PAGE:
I am speaking at a conference on March 23-24, 2017 at the University of Cambridge (UK) entitled “From Refugees to Restitution: The History of Nazi Looted Art in the UK in Transnational Perspective.” My presentation will address the various national panels created in response to the Washington Conference by European countries to address claims for Nazi-looted art in state collections. The roster of speakers is impressive (present company excluded), and it promises to be a fascinating two days. The program is available here, and the conference website is here.
Topics: Wiesbaden, London, Holocaust Art Restitution Project, Paris, Art Recovery Group, Constantine Cannon LLP, Emily Löffler, Pierre Valentin, Events, Johannes Nathan, Karlsruhe, Marc Masurovsky, Sotheby's, Nicholas M. O'Donnell, Emmanuelle Polack, Leopold Museum, Frankfurt, Jewish Claims Conference, Victoria Louise Steinwachs, Debbie De Girolamo, Tabitha I. Oost, Bianca Gaudenzi, Jewish Museum Prague, Robert Holzbauer, Tessa Rosebrock, Staatliche Kunsthalle, Laurel Zuckerman, Shlomit Steinberg, Richard Aronowitz-Mercer, Maike Brueggen, Nathalie Neumann, Simone Gigliotti, Royal Holloway University of London, Anne O. Popham, Ulrike Schmiegelt-Rietig, Isabel von Klitzing, Landesmuseum Mainz, Michaela Sidenberg, Mary Kate Cleary, Institut National d’Histoire de l’Art, Fluchtgut, Diana Kostyrko, Elizabeth Campbell, University of Denver, Evelien Campfens, Leiden University, Angelina Giovani, Jennifer Gramer, Agata Wolska, Nathan Fine Art GmbH, Potsdam, Friederike Schwelle, Art Loss Register, Provenance Research & Art Consulting
Germany Runs Counter to 20 Years of International Commitments
As readers know, my clients Alan Philipp and Gerald Stiebel sued the Federal Republic of Germany and the Stiftung Preussischer Kulturbesitz (SPK) in February for restitution of the Guelph Treasure (or Welfenschatz as it is known in Germany), assisted by my co-counsel Mel Urbach, Esq. and Markus Stötzel of Marburg, Germany. As my co-counsel speak to an event tonight hosted by Congresswoman Grace Meng on the anniversary of Kristallnacht, an event inextricable to the persecution of Jews in Europe, Germany’s response to the Complaint advances a stunning revisionism about the Holocaust and the international commitments that Germany has made. While paying lip service to the seriousness of Jewish suffering, the papers filed in court are nothing less than an attempt to move the goalposts to exempt a historical period from responsibility about which there can be no serious debate. Independent condemnation was not far behind the filing.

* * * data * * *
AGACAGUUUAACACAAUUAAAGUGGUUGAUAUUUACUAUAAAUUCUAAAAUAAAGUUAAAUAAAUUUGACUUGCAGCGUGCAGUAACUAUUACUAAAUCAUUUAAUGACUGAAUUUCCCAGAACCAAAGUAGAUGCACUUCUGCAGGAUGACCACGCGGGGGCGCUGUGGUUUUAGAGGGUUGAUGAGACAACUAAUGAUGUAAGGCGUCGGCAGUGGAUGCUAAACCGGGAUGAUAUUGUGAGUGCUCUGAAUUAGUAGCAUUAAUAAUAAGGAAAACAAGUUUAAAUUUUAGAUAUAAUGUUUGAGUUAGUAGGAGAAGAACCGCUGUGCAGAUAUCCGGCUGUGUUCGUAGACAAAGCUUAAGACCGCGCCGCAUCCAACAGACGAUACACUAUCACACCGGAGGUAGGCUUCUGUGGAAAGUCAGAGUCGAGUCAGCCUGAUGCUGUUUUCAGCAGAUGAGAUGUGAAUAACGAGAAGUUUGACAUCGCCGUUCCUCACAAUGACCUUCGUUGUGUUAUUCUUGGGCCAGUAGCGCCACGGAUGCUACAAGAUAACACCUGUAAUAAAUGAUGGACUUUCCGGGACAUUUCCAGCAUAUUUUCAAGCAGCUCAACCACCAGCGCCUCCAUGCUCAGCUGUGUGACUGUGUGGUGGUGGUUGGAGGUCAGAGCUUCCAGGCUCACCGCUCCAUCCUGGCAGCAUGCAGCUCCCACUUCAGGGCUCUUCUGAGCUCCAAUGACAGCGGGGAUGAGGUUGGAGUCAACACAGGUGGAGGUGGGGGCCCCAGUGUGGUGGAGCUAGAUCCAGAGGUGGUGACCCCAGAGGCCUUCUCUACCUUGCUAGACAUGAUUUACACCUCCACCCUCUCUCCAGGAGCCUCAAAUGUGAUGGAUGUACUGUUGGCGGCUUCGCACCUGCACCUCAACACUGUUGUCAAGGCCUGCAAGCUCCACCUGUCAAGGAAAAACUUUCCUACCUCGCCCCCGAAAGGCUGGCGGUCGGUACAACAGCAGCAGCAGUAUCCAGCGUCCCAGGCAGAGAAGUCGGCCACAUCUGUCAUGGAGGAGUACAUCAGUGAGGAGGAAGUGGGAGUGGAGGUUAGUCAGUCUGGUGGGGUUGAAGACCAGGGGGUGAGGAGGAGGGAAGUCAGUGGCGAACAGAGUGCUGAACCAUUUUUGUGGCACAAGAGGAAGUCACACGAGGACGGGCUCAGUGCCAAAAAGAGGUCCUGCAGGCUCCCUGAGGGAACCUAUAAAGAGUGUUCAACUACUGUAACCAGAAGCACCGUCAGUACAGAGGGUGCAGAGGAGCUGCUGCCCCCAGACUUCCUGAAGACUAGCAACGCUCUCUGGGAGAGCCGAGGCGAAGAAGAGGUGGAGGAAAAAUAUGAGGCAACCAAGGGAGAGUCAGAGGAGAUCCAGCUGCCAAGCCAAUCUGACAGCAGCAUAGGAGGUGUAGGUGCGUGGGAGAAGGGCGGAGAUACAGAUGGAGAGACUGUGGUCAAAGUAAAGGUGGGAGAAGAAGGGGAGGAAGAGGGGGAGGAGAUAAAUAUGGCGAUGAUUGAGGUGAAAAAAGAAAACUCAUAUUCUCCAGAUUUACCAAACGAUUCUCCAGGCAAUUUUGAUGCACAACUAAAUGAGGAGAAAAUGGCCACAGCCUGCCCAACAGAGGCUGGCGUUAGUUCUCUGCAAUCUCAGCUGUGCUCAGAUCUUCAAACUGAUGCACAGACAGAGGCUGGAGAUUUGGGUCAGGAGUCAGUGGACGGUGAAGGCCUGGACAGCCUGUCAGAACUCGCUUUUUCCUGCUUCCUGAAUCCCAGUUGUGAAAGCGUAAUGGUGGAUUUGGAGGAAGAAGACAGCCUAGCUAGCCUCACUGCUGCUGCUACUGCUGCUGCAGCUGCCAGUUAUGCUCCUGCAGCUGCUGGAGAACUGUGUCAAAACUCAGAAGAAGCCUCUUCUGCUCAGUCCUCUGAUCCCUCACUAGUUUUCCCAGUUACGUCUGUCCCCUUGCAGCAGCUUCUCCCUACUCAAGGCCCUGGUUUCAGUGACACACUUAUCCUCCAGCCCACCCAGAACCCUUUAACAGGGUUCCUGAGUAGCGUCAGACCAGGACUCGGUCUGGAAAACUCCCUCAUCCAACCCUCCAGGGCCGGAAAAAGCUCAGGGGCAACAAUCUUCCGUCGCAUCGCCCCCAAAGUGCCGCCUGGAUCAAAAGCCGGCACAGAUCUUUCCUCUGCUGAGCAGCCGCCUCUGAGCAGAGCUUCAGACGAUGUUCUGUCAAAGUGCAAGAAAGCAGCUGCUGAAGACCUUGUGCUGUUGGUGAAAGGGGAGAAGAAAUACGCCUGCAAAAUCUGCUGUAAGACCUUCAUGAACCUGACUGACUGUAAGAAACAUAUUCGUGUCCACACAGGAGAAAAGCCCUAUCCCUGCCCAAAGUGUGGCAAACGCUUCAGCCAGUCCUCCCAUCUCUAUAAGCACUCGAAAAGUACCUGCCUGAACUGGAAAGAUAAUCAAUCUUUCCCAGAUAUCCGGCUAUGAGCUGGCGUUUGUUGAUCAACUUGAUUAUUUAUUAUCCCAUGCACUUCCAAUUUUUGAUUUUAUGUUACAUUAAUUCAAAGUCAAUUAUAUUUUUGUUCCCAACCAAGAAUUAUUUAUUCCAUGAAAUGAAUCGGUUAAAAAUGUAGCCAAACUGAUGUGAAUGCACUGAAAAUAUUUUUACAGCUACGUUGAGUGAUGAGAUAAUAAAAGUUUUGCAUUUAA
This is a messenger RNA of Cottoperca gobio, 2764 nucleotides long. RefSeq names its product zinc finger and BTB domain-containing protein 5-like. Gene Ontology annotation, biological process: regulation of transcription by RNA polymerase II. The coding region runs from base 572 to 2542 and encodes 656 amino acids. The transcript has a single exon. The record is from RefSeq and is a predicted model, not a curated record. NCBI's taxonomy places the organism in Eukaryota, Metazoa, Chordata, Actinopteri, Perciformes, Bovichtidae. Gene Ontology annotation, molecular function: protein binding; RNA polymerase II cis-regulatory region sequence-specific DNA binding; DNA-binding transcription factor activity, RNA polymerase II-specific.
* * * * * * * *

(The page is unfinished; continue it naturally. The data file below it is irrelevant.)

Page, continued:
Topics: Guelph Treasure, Grace Meng, Simon Wiesenthal Center, Shoah, Adolph von Menzel, Hans Sachs, Washington Principles on Nazi-Looted Art, 1943 London Inter-Allied Declaration, Dachau, Holocaust, Mel Urbach, SPK, George Eduard Behrens, Nuremberg race laws, Holocaust revisionism, Stiftung Preussischer Kulturbesitz, Marburg, Restitution, Los Angeles, Gerald Stiebel, World War II, Markus Stötzel, Saemy Rosenberg, Deutsches Historisches Museum, Reichskristallnacht, Isaac Rosenbaum, Lucie Ruth Hackenbroch, Federal Republic of Germany, Zacharias Hackenbroch, Pariser Wochentag, Rabbi Abraham Cooper, Paris Weekday, Alan Philipp, Welfenschatz, Military Government Law 59, Frankfurt
The Staatsgalerie Stuttgart has agreed to return Bildnis Pfalzgraf Johann III (Portrait of Elector-Palatine Johann III), ca. 1526, by Hans Wertinger to the heirs of the art dealers Saemy Rosenberg and Isaak Rosenbaum, the owners of the art dealer firm I. Rosenbaum in Frankfurt. Rosenbaum and Rosenberg sold the Wertinger in 1936, but the proceeds were paid into a Nazi-blocked account. The work eventually ended up with collector Heinrich Scheufelen in 1948.
Topics: Guelph Treasure, Stefan Koldehoff, Joint Declaration, Nazi-looted art, Baden-Württemberg, Washington Principles on Nazi-Looted Art, Heinrich Scheufelen, Die Bilder Sind Unter Uns, SPK, Portrait of Elector-Palatine Johann III, Stiftung Preussischer Kulturbesitz, Nazi terror, Isaak Rosenbaum, Deutschlandfunk, Restitution, coerced sale, World War II, Staatsgalerie Stuttgart, Saemy Rosenberg, Jürgen Walter, Museums, forced sale, Zacharias Hackenbroch, Bildnis Pfalzgraf Johann III, Welfenschatz, The Pictures Are Under Us, I. Rosenbaum, Frankfurt
The ABA Journal has opened voting again on its annual “Blog 100,” a roll of notable legal blogs. I’ve submitted votes for the following blogs (in no particular order), which I have bookmarked and consult regularly. The great thing about blogging, I have found, is the ability it gives the reader (and the blogger) to survey multiple perspectives on a subject. So when resale royalties are under discussion, or fair use, I don’t want to read only articles that I agree with or that take the same approach that I would. I also want to hear something I never would have thought of, and expand the conversation.
Topics: Donn Zaretsky, Paul Howcroft, ABA Journal, Stropheus, Blogs, Judith Prowda, Art Law & More, London, Peter Bert, Fladgate LLP, Richard Lehun, Constantine Cannon LLP, Irina Tarsis, Blog 100, Azmina Jasani, Pierre Valentin, Silberman and Associates, Dispute Resolution in Germany, Art@Law, Boodle Hatfield LLP, Taylor Wessing, Natalia Mikolajczyk, Private Art Investor, The Art Law Blog, Art Law London, Becky Shaw, Tim Maxwell, Center for Art Law, Frankfurt